I sympathize completely with the difficult situation the DREAM Act kids are in: Through no fault of their own, they find themselves as illegal immigrants in this country in spite of the fact that for the most part, they have been law-abiding members of our society and played by the rest of the rules. However, what I do not sympathize with is their bullying tactics and the insolent sense of entitlement displayed by some of the most vocal among them. They are not politely asking for help, they are demanding to be rewarded. Naturally, this will not win anyone over to their cause. In fact, it pushes people away who would normally be inclined to help them.
DREAMers are pushing their luck
(CNN) — I know just what a lot of those so-called DREAMers deserve to get for Christmas: a scolding. There are good and bad actors in every movement, and the bad ones — if not kept in check — can drag the good ones down with them.
The term DREAMers refers to the estimated 1.4 million to 2 million young illegal immigrants who might have gotten some relief if the DREAM Act, which offered legal status in return for attending college or joining the military, hadn’t been torpedoed in the Senate in December 2010.
Having declared their intention to better themselves, some in the DREAMer movement now insist that they’re entitled to better treatment than run-of-the-mill illegal immigrants. You know, like the hardworking and humble folks who cut your lawn, clean your house or care for your kids. In fact, the DREAMers seem to suggest they’re due a reward for good behavior.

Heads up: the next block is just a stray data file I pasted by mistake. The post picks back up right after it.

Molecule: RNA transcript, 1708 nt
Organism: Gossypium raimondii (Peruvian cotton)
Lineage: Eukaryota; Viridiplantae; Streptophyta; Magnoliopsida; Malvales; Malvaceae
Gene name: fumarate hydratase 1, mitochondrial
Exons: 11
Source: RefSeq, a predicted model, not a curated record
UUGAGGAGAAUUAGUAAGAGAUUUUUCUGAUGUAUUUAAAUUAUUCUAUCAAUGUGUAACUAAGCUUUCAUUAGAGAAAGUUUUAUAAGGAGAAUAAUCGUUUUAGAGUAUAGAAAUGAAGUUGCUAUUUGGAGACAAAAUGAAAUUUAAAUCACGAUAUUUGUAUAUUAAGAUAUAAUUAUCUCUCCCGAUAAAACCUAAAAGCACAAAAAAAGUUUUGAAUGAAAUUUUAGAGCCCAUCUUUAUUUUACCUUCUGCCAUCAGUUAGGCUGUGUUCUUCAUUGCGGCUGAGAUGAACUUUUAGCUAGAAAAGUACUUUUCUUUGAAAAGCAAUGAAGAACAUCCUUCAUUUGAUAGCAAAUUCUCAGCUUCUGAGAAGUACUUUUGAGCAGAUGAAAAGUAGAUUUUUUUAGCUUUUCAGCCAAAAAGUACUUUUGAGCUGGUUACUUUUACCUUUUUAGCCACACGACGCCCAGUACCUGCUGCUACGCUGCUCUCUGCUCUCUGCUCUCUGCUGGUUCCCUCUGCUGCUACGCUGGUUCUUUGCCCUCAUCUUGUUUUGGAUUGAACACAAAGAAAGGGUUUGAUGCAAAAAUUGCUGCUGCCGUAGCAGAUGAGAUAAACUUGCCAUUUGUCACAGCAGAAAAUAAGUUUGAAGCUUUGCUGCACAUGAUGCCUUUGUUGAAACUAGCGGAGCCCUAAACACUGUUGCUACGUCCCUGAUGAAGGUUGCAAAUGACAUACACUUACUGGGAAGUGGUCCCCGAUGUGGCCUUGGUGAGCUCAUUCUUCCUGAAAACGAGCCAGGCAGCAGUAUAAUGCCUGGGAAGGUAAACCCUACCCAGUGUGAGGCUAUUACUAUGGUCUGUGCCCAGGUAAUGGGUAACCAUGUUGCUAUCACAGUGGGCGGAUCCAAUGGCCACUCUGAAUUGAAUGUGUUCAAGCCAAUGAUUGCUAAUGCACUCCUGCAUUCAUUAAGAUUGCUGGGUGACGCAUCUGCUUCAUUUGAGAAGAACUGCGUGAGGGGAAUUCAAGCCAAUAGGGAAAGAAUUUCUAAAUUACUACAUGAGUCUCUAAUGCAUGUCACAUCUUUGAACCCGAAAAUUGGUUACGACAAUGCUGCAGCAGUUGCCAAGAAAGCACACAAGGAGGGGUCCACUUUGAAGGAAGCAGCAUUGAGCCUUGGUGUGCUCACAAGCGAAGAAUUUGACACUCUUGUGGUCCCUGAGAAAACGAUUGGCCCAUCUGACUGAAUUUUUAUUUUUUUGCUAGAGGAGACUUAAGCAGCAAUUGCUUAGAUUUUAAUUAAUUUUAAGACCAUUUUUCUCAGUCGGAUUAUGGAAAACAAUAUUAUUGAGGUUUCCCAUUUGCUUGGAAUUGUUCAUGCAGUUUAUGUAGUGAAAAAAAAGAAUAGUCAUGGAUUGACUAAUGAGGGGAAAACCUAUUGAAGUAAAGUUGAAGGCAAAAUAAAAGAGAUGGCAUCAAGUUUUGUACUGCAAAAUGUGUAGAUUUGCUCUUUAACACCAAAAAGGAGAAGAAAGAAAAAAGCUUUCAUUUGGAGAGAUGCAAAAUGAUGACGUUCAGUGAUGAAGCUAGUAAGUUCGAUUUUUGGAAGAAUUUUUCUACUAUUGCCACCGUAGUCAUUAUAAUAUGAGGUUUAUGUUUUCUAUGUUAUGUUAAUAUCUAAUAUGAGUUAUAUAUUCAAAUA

At times, these young people act like spoiled brats. They don caps and gowns and disrupt committee hearings and occupy the offices of members of Congress. They dare police to arrest them, and then act surprised when it happens. They’re not realistic, or respectful. They don’t ask. They demand.
While they probably don’t realize it, their public tantrums are turning people against them and hurting the chances for a broader immigration reform package. And if they set back that cause, heaven help them. They’ll sink the progress for a group of people who have given more, worked harder and made greater sacrifices — people like their undocumented parents. You know, the people who brought them to this country in the first place for a better life, and then fed them, clothed them and sheltered them. These are the folks who told the DREAMers they were special, long before that became the official position of the immigration reform movement.
That doesn’t sit well with a lot of Americans — especially U.S.-born Latinos who were raised to believe that, in this life, you get what you earn. According to polls, some 80% of them support the DREAM Act. But, for a while now, I’ve detected some discomfort with the DREAMers, particularly their tone and tactics.
Read the entire editorial HERE.